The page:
99pc of people with hearing disabilities in India are not matriculates

3rd Dec 2016
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It is easy to understand why accessibility and dignity go hand in hand. Without access to education, transport and technology, persons with disability cannot lead fulfilling lives.

The World Bank says that one billion people, or 15 percent of the world’s population, experience some form of disability, and disability prevalence is higher for developing countries. One-fifth of the estimated global total, or between 110 and 190 million people, experience significant disabilities. That’s a lot of people.

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India has 70 million persons with disability, according to conservative estimates, and 18 percent of India’s persons with disabilities have a hearing impairment, as per Census 2011. This would mean that India arguably has the largest deaf population in the world.

To put numbers in context, a close look at the census 2011, which is also outdated, reveals that of the 13.4 million people with disabilities in India in the employable age group of 15-59 years, 9.9 (73.9 percent) million were non-workers or marginal workers. Which means that only 26.1 percent of the productive age group of the country is employed.

People with hearing disabilities face many issues, when it comes to employment. A 2014 survey by UK-based charity Action on Hearing Loss reveals a variety of issues faced by people who are hearing-impaired or have a hearing loss, both inside and outside the workplace:

 

  • 31 percent of people feel they are treated differently because of their deafness, hearing loss and tinnitus
  • 33 percent of people who are deaf avoid social situations because they find it difficult to communicate
  • 68 percent of people with hearing loss feel isolated at work as a result
  • Inclusion of people with hearing impairment is not that difficult.

We have been constantly putting pressure on the Indian corporates to offer employment to persons with disability. In fact, every year, we give out the NCPEDP MindTree Hellen Keller Award, to recognise the work of organisations and individuals.

Here are some major concerns that need to be overcome if we are to offer the hearing-impaired employment. Around the world, they communicate using sign language as distinct from spoken language in their everyday lives. A sign language is a visual language that uses a system of manual, facial and body movements as the means of communication.

 

  1. In India, there is no officially recognised sign language system. As a result, 99 percent of hearing-impaired people are either uneducated or drop out after Class VI or VII, because they are not able to cope. There are hardly any people with hearing impairment who have cleared Class X. One reason is the tremendous shortage of sign language interpreters and trained teachers.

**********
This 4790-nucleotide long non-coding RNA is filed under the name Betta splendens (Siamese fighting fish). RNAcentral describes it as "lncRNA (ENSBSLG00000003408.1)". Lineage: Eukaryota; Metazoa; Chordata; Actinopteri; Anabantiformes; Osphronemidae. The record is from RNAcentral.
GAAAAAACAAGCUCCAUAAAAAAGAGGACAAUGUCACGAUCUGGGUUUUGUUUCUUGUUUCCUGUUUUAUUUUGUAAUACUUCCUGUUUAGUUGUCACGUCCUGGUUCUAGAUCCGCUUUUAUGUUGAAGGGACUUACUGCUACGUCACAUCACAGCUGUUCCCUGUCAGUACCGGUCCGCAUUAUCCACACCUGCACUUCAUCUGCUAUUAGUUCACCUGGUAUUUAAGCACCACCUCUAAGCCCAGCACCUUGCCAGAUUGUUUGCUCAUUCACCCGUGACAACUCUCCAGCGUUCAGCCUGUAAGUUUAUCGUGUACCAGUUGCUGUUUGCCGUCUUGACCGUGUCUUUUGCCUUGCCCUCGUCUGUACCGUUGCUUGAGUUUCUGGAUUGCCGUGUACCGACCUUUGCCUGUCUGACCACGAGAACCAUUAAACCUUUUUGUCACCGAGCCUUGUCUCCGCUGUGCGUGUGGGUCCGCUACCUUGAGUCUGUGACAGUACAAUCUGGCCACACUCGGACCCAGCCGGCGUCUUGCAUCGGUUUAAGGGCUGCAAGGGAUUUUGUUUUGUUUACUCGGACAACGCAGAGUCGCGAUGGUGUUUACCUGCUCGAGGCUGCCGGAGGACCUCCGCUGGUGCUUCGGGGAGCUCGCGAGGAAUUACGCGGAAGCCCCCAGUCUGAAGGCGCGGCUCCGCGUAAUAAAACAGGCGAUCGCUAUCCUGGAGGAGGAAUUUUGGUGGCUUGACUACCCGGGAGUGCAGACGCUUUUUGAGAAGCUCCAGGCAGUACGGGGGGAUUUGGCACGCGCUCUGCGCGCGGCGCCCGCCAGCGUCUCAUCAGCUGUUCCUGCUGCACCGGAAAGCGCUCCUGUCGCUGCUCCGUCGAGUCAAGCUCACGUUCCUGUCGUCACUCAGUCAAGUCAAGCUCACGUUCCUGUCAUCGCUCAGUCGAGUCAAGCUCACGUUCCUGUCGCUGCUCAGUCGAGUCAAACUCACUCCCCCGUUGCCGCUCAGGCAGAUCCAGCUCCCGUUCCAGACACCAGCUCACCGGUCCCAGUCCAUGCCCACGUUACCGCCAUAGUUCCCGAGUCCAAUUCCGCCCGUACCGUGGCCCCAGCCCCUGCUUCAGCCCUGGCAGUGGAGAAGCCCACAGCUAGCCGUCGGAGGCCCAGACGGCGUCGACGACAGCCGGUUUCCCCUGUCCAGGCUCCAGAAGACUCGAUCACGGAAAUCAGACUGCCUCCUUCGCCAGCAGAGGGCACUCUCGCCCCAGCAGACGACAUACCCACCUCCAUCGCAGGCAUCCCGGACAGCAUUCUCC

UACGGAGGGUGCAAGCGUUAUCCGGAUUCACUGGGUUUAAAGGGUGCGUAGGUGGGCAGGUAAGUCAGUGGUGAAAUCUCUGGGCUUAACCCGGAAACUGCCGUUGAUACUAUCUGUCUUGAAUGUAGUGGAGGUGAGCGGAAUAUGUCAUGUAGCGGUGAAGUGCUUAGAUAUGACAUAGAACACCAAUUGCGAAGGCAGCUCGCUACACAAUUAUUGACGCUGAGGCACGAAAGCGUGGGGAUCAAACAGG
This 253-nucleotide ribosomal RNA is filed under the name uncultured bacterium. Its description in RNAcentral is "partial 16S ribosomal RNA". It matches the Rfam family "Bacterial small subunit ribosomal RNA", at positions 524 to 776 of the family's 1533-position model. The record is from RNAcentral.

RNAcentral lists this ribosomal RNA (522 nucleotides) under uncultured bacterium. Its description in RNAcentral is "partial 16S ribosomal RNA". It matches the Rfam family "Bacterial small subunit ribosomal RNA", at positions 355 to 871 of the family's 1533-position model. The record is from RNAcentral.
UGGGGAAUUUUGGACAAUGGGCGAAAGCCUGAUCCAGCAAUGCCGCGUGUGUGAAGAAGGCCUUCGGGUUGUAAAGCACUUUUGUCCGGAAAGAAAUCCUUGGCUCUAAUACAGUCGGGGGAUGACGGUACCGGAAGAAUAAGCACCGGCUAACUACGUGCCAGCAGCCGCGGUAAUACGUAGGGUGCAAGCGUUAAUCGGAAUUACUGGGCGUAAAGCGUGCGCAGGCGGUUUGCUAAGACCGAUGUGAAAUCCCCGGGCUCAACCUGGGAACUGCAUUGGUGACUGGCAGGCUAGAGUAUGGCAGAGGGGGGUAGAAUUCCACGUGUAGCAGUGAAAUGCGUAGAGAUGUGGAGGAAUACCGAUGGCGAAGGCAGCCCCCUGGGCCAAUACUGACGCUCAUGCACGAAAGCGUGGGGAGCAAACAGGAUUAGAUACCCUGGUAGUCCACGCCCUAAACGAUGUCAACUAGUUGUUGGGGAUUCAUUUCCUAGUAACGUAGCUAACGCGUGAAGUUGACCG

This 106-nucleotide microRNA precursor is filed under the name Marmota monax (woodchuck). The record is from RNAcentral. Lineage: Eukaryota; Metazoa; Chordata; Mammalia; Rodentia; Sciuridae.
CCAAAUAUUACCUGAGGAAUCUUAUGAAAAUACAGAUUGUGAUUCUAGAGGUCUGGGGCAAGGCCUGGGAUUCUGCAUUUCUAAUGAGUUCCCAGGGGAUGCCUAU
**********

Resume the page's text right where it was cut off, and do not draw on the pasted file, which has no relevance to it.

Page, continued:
1. Hundreds of sign languages are used around the world. For instance, Japanese Sign Language (Nihon Shuwa, JSL), British Sign Language (BSL), Spanish Sign Language (Lengua de signos o señas española, LSE), and Turkish Sign Language (Türk İşaret Dili, TID). Compared to this, we do not have a composite Indian Sign Language (INSL). This, despite having a huge institution, National Institute of Hearing Handicapped, in Mumbai, which guzzles crores of taxpayers' money every year. All they have managed thus far (in decades) is a dictionary of a 1,000-odd words.

 

  1. Having access to a sign language is central to any hearing-impaired person for their cognitive, social, emotional, and linguistic growth. Sign language is acquired by children in the same timeframe as spoken languages and this acquisition process shows similar patterns and milestones as a spoken language. It is important that children with hearing impairment have access to a sign language at an early age and it should be understood as their first language, just like Hindi or Tamil or Bengali.

 

  1. This is not where the problem ends. India has no captions on television, instructions or signage in public spaces, TTY (accessible telephone), instruction through sign language in schools and no specialised college or university.

 

  1. Forget TV or films, which one may dismissively regard as 'mere entertainment'. What about at a railway station, where all announcements are in audio? Imagine the plight of a person with hearing impairment at a hospital or police station, where something is to be conveyed urgently and there is no sign language interpreter.

 

  1. Another obvious dimension is employment and the need for financial independence. It helps if people have name badges and if locations and jobs are well labelled. It helps if task that have to be performed are visually-labelled. A person who is hearing-disabled cannot lip-read you well and so will rely on your facial expression to try to figure out what you’re conveying. They feel left out and this is very bad for their morale.

The community of persons with hearing disabilities in India desperately needs to strengthen its fight for its basic rights, like education, the recognition and adoption of an Indian sign language, awareness about their culture, and motivating the television and film industry in the country to adopt captioning.

(Disclaimer: The views and opinions expressed in this article are those of the author and do not necessarily reflect the views of YourStory.)

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